Gena Rowlands –What an extraordinary, graceful person she is. Never one to “work the room”, read the trades or lay judgement on anyone’s work in idle chatting. In the 45 years together, she never asked me what she was up for or when she was going to work. She figured if I had something to say, I’d let her know. As warm on screen as she was in her living room. Legendary and an elegant person that’s simply comfortable to just be around whether on a set or in the kitchen. Her career with John was a family centric of gifted actors that spilled into a comfort zone for others that followed. She and John rolled the dice on how to make movies that didn’t have any rules. She just makes you feel you want to kick off your shoes and just chat about stuff.
Lou, Berta, Dudley Moore, Brogan Lane, Peter Sarah Bellwood in Bora, Bora
WATM: What was it like working your way up in the industry in the 60s and 70s?
Pitt: The 60s broke the ground for what the system is today. No longer exclusive contract players, writers, directors, make-up, casting, etc. that could be controlled, and contracted out to other studios or disciplined for whatever infraction the studio bosses captiously inflicted on their talent. The emergence of stars making films away from the studio system and putting together the films they wanted to make as Producers. The emergence of Kirk Douglas, Burt Lancaster, Gregory Peck and others opened the door to an independent way of thinking, putting movies together and taking them to studios became the new norm…a new freedom with new rules to play by.
Mr. Plummer as Kaiser Wilhelm – “The Exception” which Lou produced.
WATM: What are words that you live by?
Pitt: “There are no bad meetings”
Character Makes The Man
Respect for all no matter the rank or position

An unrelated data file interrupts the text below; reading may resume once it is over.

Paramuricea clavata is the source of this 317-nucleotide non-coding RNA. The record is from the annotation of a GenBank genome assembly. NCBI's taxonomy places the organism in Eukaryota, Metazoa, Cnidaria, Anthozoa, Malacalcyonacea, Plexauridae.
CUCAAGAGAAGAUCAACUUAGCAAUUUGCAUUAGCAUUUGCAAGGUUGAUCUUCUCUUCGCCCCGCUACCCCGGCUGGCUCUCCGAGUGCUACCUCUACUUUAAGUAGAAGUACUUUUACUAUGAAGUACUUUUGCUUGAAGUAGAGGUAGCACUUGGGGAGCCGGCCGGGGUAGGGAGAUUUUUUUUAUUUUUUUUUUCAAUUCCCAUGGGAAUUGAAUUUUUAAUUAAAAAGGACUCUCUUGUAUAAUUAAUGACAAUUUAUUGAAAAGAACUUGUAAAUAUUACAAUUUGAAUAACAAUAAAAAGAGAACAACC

Mark Twain’s quote about, “If you tell the truth, you never have to remember what you said.”
I remember when I was learning to type, there was a sentence designed for a speed test that stuck with me. “Do all that you can do as quickly and as quietly as when you were told to do it.” For me it was about “get it done” and don’t waste a lot of time getting there. Keep your eye on the ball.
WATM: What are you most proud of in life and your career?
Pitt: I have a remarkable family who’ve been loving, emotionally supportive and inclusive. I’m immensely proud to work in a business that I really love. To have worked with so many extraordinary gifted clients and colleagues who challenged the world every day with their ideas, their talent and trust, has been inspiring and exhilarating. Everyone has been a gift to me.
While many children dislike being the middle child, Bryce Caldwell saw it as the best of both worlds.
He loved the attention of being younger and once he was thrust into the role of big brother, it sort of became his calling.
Right from when the Caldwell family’s third son was brought home from the hospital, Bryce adored and protected him.
“Bryce was always hovering over him, kissing him, hugging him,” said Maj. Jeremy Caldwell, his father. “He was just so proud to be an older brother.”
Almost a year ago on Dec. 14, 2017, Bryce, a 6-year-old boy who not only loved his brothers but also football, died from a brain tumor called diffuse intrinsic pontine glioma, or DIPG.
A photo of the Caldwell family. Bryce Caldwell, lower left, had his wish come true when he visited the Denver Broncos headquarters in 2017.
Earlier that summer, through the Make-A-Wish Foundation, Bryce visited Denver Broncos players and had the chance to play on a real football field with his brothers.
Although his life was short-lived, Bryce’s smile and personality often drew people to him.